Reformed Churchmen

We are Confessional Calvinists and a Prayer Book Church-people. In 2012, we remembered the 350th anniversary of the 1662 Book of Common Prayer; also, we remembered the 450th anniversary of John Jewel's sober, scholarly, and Reformed "An Apology of the Church of England." In 2013, we remembered the publication of the "Heidelberg Catechism" and the influence of Reformed theologians in England, including Heinrich Bullinger's Decades. For 2014: Tyndale's NT translation. For 2015, John Roger, Rowland Taylor and Bishop John Hooper's martyrdom, burned at the stakes. Books of the month. December 2014: Alan Jacob's "Book of Common Prayer" at: January 2015: A.F. Pollard's "Thomas Cranmer and the English Reformation: 1489-1556" at: February 2015: Jaspar Ridley's "Thomas Cranmer" at:

Friday, October 24, 2014

24 October 1851 A.D. Funeral of Mr. (Rev. Dr. Prof.) Archibald Alexander, Princeton Seminary. Missionary Work in Western Africa: Fruit.

24 October 1851 A.D. Funeral of Mr. (Rev. Dr. Prof.) Archibald Alexander, Princeton Seminary.  Missionary Work in Western Africa:  Fruit.

The funeral for the esteemed Pastor, Professor, Theologian, Exegete and Seminary President of Princeton Seminary was held on 24 October 1851 A.D.  It was held at First Presbyterian Church, Princeton, NJ. The funeral procession passed in front of Nassau Hall before following Witherspoon Street to the cemetery.

A very young man, age 16, a college student, was on hand and witnessed the event.  His name was Robert Hamill Nassau.  He had wanted to be a soldier.  He was moved by the ministry, reports and the funeral.  Christ’s governing and redeeming hand was on the lad’s life through the ordinary means of God’s grace.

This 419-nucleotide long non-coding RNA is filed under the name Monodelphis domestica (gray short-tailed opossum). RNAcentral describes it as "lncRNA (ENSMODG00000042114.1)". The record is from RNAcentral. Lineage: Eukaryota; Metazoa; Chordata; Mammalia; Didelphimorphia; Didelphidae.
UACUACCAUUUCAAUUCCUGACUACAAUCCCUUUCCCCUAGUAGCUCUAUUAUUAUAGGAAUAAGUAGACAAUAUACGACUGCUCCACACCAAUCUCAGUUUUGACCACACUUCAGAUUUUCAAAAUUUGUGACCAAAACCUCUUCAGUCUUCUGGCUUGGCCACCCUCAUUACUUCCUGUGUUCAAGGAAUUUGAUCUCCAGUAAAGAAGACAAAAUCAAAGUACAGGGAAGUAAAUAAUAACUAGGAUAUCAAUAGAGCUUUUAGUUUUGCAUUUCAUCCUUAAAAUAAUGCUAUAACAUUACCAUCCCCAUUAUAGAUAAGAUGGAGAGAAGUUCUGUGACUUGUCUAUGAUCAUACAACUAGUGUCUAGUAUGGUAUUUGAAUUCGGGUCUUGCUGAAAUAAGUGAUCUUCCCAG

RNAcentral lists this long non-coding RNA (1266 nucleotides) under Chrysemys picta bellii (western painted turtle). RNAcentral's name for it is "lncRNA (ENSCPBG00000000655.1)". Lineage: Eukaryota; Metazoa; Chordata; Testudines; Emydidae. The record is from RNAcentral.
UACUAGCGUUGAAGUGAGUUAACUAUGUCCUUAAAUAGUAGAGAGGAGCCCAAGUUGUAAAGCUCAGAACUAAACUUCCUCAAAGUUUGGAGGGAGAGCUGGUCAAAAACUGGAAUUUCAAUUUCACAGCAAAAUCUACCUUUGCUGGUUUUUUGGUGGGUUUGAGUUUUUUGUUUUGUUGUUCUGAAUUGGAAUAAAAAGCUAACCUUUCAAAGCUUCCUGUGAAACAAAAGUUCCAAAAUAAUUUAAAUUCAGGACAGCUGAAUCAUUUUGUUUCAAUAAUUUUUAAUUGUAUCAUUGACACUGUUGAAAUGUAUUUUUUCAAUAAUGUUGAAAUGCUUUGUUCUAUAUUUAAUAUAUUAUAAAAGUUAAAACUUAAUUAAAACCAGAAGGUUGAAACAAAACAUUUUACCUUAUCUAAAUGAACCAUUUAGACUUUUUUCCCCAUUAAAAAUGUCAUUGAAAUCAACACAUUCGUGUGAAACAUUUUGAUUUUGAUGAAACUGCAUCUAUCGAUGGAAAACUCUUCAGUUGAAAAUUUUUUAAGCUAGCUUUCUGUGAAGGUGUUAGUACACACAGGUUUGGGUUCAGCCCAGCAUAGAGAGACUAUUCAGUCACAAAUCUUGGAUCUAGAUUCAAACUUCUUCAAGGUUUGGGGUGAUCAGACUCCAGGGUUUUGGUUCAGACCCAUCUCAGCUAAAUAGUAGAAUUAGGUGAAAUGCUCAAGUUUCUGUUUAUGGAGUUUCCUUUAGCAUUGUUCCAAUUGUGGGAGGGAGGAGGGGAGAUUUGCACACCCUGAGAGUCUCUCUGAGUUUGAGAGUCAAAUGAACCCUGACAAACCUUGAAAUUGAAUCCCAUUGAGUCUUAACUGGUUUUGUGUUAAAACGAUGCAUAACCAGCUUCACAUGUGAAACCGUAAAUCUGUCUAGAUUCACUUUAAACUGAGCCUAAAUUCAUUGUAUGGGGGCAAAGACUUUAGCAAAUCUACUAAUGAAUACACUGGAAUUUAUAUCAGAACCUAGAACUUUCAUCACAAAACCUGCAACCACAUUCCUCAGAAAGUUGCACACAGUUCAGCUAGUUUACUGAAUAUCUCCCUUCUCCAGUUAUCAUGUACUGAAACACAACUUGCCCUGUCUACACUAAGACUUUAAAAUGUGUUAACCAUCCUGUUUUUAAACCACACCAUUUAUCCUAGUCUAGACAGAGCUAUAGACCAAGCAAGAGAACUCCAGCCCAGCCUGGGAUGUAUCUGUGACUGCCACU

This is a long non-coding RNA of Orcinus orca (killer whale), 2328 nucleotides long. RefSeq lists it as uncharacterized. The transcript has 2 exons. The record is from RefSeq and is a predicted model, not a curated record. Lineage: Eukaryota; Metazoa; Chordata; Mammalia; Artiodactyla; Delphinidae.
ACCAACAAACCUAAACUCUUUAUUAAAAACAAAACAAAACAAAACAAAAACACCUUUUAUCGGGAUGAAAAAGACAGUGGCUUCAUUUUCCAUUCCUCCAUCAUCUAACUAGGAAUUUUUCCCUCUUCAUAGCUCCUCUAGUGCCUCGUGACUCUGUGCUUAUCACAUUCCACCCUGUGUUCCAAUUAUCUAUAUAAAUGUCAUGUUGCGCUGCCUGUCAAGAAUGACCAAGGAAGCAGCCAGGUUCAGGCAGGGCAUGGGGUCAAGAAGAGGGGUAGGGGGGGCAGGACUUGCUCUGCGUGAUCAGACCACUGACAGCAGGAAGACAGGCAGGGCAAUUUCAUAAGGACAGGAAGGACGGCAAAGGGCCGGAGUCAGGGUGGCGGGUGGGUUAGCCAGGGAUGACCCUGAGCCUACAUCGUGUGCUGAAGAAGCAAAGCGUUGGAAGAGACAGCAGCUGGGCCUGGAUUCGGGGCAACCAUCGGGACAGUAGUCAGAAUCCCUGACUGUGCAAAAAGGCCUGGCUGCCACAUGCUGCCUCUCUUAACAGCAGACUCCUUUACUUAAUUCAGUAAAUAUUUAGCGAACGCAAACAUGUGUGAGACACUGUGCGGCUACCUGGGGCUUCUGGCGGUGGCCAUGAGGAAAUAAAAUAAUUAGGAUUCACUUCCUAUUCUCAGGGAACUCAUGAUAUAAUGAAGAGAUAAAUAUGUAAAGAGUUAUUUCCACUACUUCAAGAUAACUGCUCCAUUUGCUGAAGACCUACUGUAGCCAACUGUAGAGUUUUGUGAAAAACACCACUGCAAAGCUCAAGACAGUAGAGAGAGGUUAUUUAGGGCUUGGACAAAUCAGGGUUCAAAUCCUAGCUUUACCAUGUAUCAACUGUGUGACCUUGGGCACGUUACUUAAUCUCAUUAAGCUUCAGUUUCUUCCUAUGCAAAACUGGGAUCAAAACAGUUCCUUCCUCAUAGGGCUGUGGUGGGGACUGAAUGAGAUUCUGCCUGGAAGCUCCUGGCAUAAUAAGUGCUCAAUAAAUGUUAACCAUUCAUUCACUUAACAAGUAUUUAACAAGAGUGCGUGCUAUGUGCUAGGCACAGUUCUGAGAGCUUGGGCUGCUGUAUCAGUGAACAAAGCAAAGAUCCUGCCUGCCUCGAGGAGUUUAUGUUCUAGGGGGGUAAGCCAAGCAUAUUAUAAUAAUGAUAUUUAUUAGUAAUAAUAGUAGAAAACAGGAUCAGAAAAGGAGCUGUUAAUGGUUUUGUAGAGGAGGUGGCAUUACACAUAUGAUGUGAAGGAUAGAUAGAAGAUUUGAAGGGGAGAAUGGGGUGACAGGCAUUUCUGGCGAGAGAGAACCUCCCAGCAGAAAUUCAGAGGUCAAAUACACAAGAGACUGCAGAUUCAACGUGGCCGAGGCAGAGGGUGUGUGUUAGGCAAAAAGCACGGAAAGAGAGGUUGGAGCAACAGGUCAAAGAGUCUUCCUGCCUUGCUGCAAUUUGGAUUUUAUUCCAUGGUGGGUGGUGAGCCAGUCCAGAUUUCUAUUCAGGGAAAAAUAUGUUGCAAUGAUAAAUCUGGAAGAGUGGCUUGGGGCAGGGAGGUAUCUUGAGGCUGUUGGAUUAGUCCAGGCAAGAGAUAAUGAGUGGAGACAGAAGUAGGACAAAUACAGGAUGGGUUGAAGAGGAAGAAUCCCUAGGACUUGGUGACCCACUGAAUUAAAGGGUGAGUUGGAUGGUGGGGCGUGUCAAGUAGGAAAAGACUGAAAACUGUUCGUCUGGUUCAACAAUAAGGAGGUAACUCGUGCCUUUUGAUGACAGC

He graduated from the college at age 19 and entered Princeton Seminary.  He was industrious.

  • On Sundays, Mr. Nassau taught Sunday School at the town’s black Presbyterian Church. 
  • During his first summer after year 1 in seminary, he asked the Presbyterian Board of Publications for the toughest job available.  He was assigned a colporteur’s job, that is, distributing Bibles and Christian literature in Missouri and Kansas.
  • During his second summer after year 2 in the seminary, he was assigned as a missionary to boatmen on the Pennsylvania Canal.

He graduated in 1859.  He again asked the Presbyterian Board for the tough job.  He was appointed to the Corsica mission in present-day Equitorial Guinea on the coast of Western Africa. But, he sought more training for his mission.

In 1861, he received his M.D. degree from the University of Pennsylvania.  At this point, we wonder if Mr. Nassau had any connection with the famous Rev. Dr. Boardman of Tenth Presbyterian, Philadelphia, an old school Presbyterian who also was a trustee of Princeton Seminary, but we digress. Mr. or now Dr. Nassau was ordained in 1861 as well.

By September 1861, Dr. Nassau was in Corsica.  He spent 45 years of faithful ministry there. He established several missions.  He mastered several African dialects. He also translated the OT and NT into Benga, a dialect of Bantu. 

Dr. Nassau, affected by the Rev. Dr. Archibald Alexander’s funeral and influenced under the teaching ministry of the Rev. Dr. Charles Hodge, passed Christ’s Word and Gospel to 100s or more in Western Africa.

A rather ruder sort suggests that Reformed Churchmen have little interest in evangelism or missions.  However, to the degree that the charge is justified and in some places it is justified, let it be noted that evangelism and missions, in fact, is integral to Reformed witness.  For example, French Huguenots took their faith with them as they experienced the tumults and repressions of faith.  Dr. Nassau, Dr. Alexander, and Dr. Hodge, though dead, speak anew and afresh.


Calhoun. Princeton Seminary.

Hornerk, Norman A. “Nassau, Robert Hamill.” BDCM. 486-7.

Nichols, Robert Hastings. “Nassau, Robert Hamill.” DAB. 13: 390-1.

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